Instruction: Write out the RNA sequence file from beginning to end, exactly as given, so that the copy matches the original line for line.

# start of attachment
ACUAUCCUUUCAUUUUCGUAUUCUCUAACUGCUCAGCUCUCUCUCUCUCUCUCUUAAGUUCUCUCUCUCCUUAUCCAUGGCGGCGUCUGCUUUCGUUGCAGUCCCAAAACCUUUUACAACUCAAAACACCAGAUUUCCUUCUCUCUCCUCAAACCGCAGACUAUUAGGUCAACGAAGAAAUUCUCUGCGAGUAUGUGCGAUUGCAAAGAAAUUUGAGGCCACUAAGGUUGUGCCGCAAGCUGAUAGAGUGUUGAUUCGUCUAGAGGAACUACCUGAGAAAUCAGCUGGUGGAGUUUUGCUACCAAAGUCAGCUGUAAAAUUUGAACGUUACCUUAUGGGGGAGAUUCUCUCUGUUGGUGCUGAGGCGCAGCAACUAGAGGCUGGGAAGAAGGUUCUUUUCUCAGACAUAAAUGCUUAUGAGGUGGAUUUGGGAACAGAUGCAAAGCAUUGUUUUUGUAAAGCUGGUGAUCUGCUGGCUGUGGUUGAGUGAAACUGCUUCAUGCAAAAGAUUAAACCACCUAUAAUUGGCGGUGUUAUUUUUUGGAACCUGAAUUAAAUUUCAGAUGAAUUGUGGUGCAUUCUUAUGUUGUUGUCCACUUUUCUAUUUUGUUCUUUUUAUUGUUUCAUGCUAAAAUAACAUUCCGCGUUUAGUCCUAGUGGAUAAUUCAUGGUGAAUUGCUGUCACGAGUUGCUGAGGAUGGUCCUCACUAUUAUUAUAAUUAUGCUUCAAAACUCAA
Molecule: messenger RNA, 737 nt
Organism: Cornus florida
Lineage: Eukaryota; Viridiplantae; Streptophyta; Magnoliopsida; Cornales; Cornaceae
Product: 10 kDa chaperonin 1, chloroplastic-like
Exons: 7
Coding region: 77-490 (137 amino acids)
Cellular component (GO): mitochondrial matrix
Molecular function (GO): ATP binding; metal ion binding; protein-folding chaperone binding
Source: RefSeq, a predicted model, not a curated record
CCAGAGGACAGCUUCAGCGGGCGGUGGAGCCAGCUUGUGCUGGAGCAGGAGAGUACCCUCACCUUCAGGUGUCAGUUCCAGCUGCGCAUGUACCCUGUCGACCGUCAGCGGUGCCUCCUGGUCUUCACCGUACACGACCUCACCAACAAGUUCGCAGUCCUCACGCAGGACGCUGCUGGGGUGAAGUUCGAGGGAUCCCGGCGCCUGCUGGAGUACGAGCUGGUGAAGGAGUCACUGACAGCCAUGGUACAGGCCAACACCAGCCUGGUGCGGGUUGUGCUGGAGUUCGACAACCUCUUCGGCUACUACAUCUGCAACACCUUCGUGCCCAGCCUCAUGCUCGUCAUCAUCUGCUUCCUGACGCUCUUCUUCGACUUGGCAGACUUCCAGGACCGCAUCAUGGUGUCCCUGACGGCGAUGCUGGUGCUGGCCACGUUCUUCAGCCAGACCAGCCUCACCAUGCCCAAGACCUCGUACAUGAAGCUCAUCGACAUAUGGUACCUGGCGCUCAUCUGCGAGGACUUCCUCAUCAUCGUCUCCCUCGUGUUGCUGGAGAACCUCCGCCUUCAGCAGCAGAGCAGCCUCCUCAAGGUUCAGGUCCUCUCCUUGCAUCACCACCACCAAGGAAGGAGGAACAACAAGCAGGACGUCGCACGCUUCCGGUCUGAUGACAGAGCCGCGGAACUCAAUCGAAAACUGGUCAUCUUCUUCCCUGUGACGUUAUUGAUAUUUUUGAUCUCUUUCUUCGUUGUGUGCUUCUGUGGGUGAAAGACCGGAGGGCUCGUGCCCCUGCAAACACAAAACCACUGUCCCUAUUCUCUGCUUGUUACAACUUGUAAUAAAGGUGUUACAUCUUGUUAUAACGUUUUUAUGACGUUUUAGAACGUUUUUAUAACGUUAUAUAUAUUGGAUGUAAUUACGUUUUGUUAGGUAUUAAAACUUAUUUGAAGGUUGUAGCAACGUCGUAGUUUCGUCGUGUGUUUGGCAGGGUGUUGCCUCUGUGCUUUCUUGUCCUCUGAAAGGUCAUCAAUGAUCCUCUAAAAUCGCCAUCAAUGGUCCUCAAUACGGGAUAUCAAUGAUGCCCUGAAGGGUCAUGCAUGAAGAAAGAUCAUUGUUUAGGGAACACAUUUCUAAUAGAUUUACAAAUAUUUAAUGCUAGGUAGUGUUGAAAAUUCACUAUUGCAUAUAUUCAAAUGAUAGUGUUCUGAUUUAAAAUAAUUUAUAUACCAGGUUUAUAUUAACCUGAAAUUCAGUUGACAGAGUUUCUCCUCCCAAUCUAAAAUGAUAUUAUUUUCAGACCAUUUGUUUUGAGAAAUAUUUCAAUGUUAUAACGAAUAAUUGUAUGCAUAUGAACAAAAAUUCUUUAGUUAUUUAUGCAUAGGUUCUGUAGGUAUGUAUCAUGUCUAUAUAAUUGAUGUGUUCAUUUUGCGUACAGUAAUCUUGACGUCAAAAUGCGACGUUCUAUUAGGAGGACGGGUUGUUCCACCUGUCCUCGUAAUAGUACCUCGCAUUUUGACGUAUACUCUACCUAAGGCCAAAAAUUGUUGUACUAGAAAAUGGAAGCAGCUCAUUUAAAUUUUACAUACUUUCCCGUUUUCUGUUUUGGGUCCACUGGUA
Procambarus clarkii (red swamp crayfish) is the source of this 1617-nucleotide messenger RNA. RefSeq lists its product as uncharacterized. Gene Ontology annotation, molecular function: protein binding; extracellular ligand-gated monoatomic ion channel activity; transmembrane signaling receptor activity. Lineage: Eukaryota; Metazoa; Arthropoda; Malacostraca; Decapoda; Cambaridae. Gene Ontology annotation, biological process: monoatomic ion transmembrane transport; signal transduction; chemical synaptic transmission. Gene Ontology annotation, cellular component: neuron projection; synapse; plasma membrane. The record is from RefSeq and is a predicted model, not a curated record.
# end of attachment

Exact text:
ACUAUCCUUUCAUUUUCGUAUUCUCUAACUGCUCAGCUCUCUCUCUCUCUCUCUUAAGUUCUCUCUCUCCUUAUCCAUGGCGGCGUCUGCUUUCGUUGCAGUCCCAAAACCUUUUACAACUCAAAACACCAGAUUUCCUUCUCUCUCCUCAAACCGCAGACUAUUAGGUCAACGAAGAAAUUCUCUGCGAGUAUGUGCGAUUGCAAAGAAAUUUGAGGCCACUAAGGUUGUGCCGCAAGCUGAUAGAGUGUUGAUUCGUCUAGAGGAACUACCUGAGAAAUCAGCUGGUGGAGUUUUGCUACCAAAGUCAGCUGUAAAAUUUGAACGUUACCUUAUGGGGGAGAUUCUCUCUGUUGGUGCUGAGGCGCAGCAACUAGAGGCUGGGAAGAAGGUUCUUUUCUCAGACAUAAAUGCUUAUGAGGUGGAUUUGGGAACAGAUGCAAAGCAUUGUUUUUGUAAAGCUGGUGAUCUGCUGGCUGUGGUUGAGUGAAACUGCUUCAUGCAAAAGAUUAAACCACCUAUAAUUGGCGGUGUUAUUUUUUGGAACCUGAAUUAAAUUUCAGAUGAAUUGUGGUGCAUUCUUAUGUUGUUGUCCACUUUUCUAUUUUGUUCUUUUUAUUGUUUCAUGCUAAAAUAACAUUCCGCGUUUAGUCCUAGUGGAUAAUUCAUGGUGAAUUGCUGUCACGAGUUGCUGAGGAUGGUCCUCACUAUUAUUAUAAUUAUGCUUCAAAACUCAA
Molecule: messenger RNA, 737 nt
Organism: Cornus florida
Lineage: Eukaryota; Viridiplantae; Streptophyta; Magnoliopsida; Cornales; Cornaceae
Product: 10 kDa chaperonin 1, chloroplastic-like
Exons: 7
Coding region: 77-490 (137 amino acids)
Cellular component (GO): mitochondrial matrix
Molecular function (GO): ATP binding; metal ion binding; protein-folding chaperone binding
Source: RefSeq, a predicted model, not a curated record
CCAGAGGACAGCUUCAGCGGGCGGUGGAGCCAGCUUGUGCUGGAGCAGGAGAGUACCCUCACCUUCAGGUGUCAGUUCCAGCUGCGCAUGUACCCUGUCGACCGUCAGCGGUGCCUCCUGGUCUUCACCGUACACGACCUCACCAACAAGUUCGCAGUCCUCACGCAGGACGCUGCUGGGGUGAAGUUCGAGGGAUCCCGGCGCCUGCUGGAGUACGAGCUGGUGAAGGAGUCACUGACAGCCAUGGUACAGGCCAACACCAGCCUGGUGCGGGUUGUGCUGGAGUUCGACAACCUCUUCGGCUACUACAUCUGCAACACCUUCGUGCCCAGCCUCAUGCUCGUCAUCAUCUGCUUCCUGACGCUCUUCUUCGACUUGGCAGACUUCCAGGACCGCAUCAUGGUGUCCCUGACGGCGAUGCUGGUGCUGGCCACGUUCUUCAGCCAGACCAGCCUCACCAUGCCCAAGACCUCGUACAUGAAGCUCAUCGACAUAUGGUACCUGGCGCUCAUCUGCGAGGACUUCCUCAUCAUCGUCUCCCUCGUGUUGCUGGAGAACCUCCGCCUUCAGCAGCAGAGCAGCCUCCUCAAGGUUCAGGUCCUCUCCUUGCAUCACCACCACCAAGGAAGGAGGAACAACAAGCAGGACGUCGCACGCUUCCGGUCUGAUGACAGAGCCGCGGAACUCAAUCGAAAACUGGUCAUCUUCUUCCCUGUGACGUUAUUGAUAUUUUUGAUCUCUUUCUUCGUUGUGUGCUUCUGUGGGUGAAAGACCGGAGGGCUCGUGCCCCUGCAAACACAAAACCACUGUCCCUAUUCUCUGCUUGUUACAACUUGUAAUAAAGGUGUUACAUCUUGUUAUAACGUUUUUAUGACGUUUUAGAACGUUUUUAUAACGUUAUAUAUAUUGGAUGUAAUUACGUUUUGUUAGGUAUUAAAACUUAUUUGAAGGUUGUAGCAACGUCGUAGUUUCGUCGUGUGUUUGGCAGGGUGUUGCCUCUGUGCUUUCUUGUCCUCUGAAAGGUCAUCAAUGAUCCUCUAAAAUCGCCAUCAAUGGUCCUCAAUACGGGAUAUCAAUGAUGCCCUGAAGGGUCAUGCAUGAAGAAAGAUCAUUGUUUAGGGAACACAUUUCUAAUAGAUUUACAAAUAUUUAAUGCUAGGUAGUGUUGAAAAUUCACUAUUGCAUAUAUUCAAAUGAUAGUGUUCUGAUUUAAAAUAAUUUAUAUACCAGGUUUAUAUUAACCUGAAAUUCAGUUGACAGAGUUUCUCCUCCCAAUCUAAAAUGAUAUUAUUUUCAGACCAUUUGUUUUGAGAAAUAUUUCAAUGUUAUAACGAAUAAUUGUAUGCAUAUGAACAAAAAUUCUUUAGUUAUUUAUGCAUAGGUUCUGUAGGUAUGUAUCAUGUCUAUAUAAUUGAUGUGUUCAUUUUGCGUACAGUAAUCUUGACGUCAAAAUGCGACGUUCUAUUAGGAGGACGGGUUGUUCCACCUGUCCUCGUAAUAGUACCUCGCAUUUUGACGUAUACUCUACCUAAGGCCAAAAAUUGUUGUACUAGAAAAUGGAAGCAGCUCAUUUAAAUUUUACAUACUUUCCCGUUUUCUGUUUUGGGUCCACUGGUA
Procambarus clarkii (red swamp crayfish) is the source of this 1617-nucleotide messenger RNA. RefSeq lists its product as uncharacterized. Gene Ontology annotation, molecular function: protein binding; extracellular ligand-gated monoatomic ion channel activity; transmembrane signaling receptor activity. Lineage: Eukaryota; Metazoa; Arthropoda; Malacostraca; Decapoda; Cambaridae. Gene Ontology annotation, biological process: monoatomic ion transmembrane transport; signal transduction; chemical synaptic transmission. Gene Ontology annotation, cellular component: neuron projection; synapse; plasma membrane. The record is from RefSeq and is a predicted model, not a curated record.